5. Secret Rendez-vous (DDR Max)
There are hundreds of DDR songs to choose from, and while I undoubtedly believe no one’s list will match mine, I’m more than positive no one else will include this one as a potential top ten song. Something about “Secret Rendez-vous” has just stuck with me: when it comes up on my iPod randomly, I usually listen and feel nostalgic, whereas other DDR songs get passed over. The first song I played that was in a super-slow tempo, it featured fun steps, catchy music, and one of the more awkward moments when dancing to it with someone else. And it was all better because of it!
4. Jet World (DDR Extreme)
“Jet World” ushered in a new time for my DDR playing: when DDR Extreme released on the PS2 in 2004 it was a huge letdown compared to the truly excellent arcade version of the same name. The added “support” of the PS2’s EyeToy camera was a joke, and the song selection featured more licensed tracks than I’d like (a trend which sadly continued for all subsequent DDR games). Fortunately there were still gems hidden in the rubbish, and one of those was “Jet World.” A simple step pattern but constant barrage of notes made “Jet World” one of the more intense songs while remaining relatively simple at the same time. As with other songs here, the beat and tune itself make the song way more memorable!
3. Sakura (DDR Extreme Arcade)
“Sakura” was perhaps the easiest 10-footer I’ve played. That didn’t stop the song from being one of the series’ finest songs, almost perfectly combining intensity, chaos, freezes, complete stops in music, and one hell of an ending! Though the song was included in the PS2 port, it was only in the arcade I remember playing “Sakura”. The DDR Extreme arcade cabinet wasn’t officially released in the United States, so any arcades with the machine had it imported or upgraded with a kit. Being so, many words and song titles were written in Japanese, which was the case with “Sakura”, which used the Kanji (which you can see on the cheek of the girl in the background). As far as DDR music goes, “Sakura” remains one of the coolest sounding songs out there, and one you could jam to without even playing the game.
2. The Legend of Max (DDR Extreme)
If you aren’t familiar with the PS2 DDR games, there is always a song from the “Max” line of tunes as one of the “Boss” songs for the game (i.e. the most challenging song present in that particular version of the game). DDR Max had “Max 300”, a tough 10-footer which required a lot endurance; DDR Max 2 had “Maxx Unlimited”, which was arguably an easier song but more intense; and then DDR Extreme had “The Legend of Max.” Almost taking a bow to itself, “The Legend of Max” was superior to the other two, even going so far as to incorporate the beats from both songs as part of its own. “The Legend of Max” was the song I remember working on the most to overcome, but I never could complete it on Heavy. It represents the entire series for me: great music, a huge challenge, and a lot of determination to win. Also, the song itself is pretty slick.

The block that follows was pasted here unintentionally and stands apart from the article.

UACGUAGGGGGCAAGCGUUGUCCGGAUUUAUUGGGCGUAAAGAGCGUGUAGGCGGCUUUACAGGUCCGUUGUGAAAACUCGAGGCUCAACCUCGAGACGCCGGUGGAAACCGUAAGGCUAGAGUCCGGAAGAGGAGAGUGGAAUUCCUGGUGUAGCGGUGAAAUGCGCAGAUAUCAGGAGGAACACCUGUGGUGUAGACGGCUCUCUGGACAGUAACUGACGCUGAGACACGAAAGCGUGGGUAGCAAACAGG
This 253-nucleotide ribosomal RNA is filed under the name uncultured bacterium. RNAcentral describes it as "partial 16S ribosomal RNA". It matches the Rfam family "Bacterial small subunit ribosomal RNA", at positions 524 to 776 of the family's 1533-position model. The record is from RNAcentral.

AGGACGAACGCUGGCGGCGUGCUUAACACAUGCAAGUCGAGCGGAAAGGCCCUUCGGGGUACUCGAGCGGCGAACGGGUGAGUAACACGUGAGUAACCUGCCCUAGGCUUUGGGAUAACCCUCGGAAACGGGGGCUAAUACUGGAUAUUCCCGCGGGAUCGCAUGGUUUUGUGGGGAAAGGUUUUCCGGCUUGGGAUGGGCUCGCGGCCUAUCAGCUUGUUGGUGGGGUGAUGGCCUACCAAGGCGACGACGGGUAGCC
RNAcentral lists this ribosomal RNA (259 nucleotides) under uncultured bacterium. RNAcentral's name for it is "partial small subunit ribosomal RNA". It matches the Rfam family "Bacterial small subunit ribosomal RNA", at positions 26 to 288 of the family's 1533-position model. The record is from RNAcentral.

1. Kakumei (DDR Max 2)
When I think of DDR, I think of “Kakumei.” It’s a classic in every respect: great step patterns, memorable song, challenging enough to keep you trying over and over, but not so hard you fall down crying after you fail. I think for me personally “Kakumei” was a song I saw as a challenge, practiced and got better, and finally overcame the challenge. For my DDR group it became a walk in the park after we’d been playing for some time, with some of us even completing the extra Challenge step pattern. But for me, it was the pinnacle of what made DDR awesome!
Like I said, this wasn’t an easy list to make. I went through EVERY song in each of the Dance Dance Revolution games I had played and pulled out the ones that I liked the most. This lead to a list over 40 songs long. After some cuts, I was down to 19. Let’s give those nine songs an honorable mention shoutout:
Xepher (DDR Supernova)
Matsuri Japan (DDR Max)
La Senorita Virtual (DDR Konamix)
Colors ~for Extreme~ (DDR Ultramix)
Breakdown (DDR Max 2)
Will I? (DDR Max 2)
Cartoon Heroes (Speedy Mix) (DDR Extreme 2)
Captain Jack (Grandale Remix) (DDR Extreme 2)
Candy (DDR Max)
Even going through those songs just now I’m not sure I made the right choices on my actual top ten! And there are dozens of other songs I’d call my favorites, the ones I would just have to play if I popped the games back in again. By doing all the research for this article I found out that I almost have a complete collection of North American DDR games! I’m not afraid to admit I played the game: it was a huge part of my gaming background, and one that I’m not going to forget!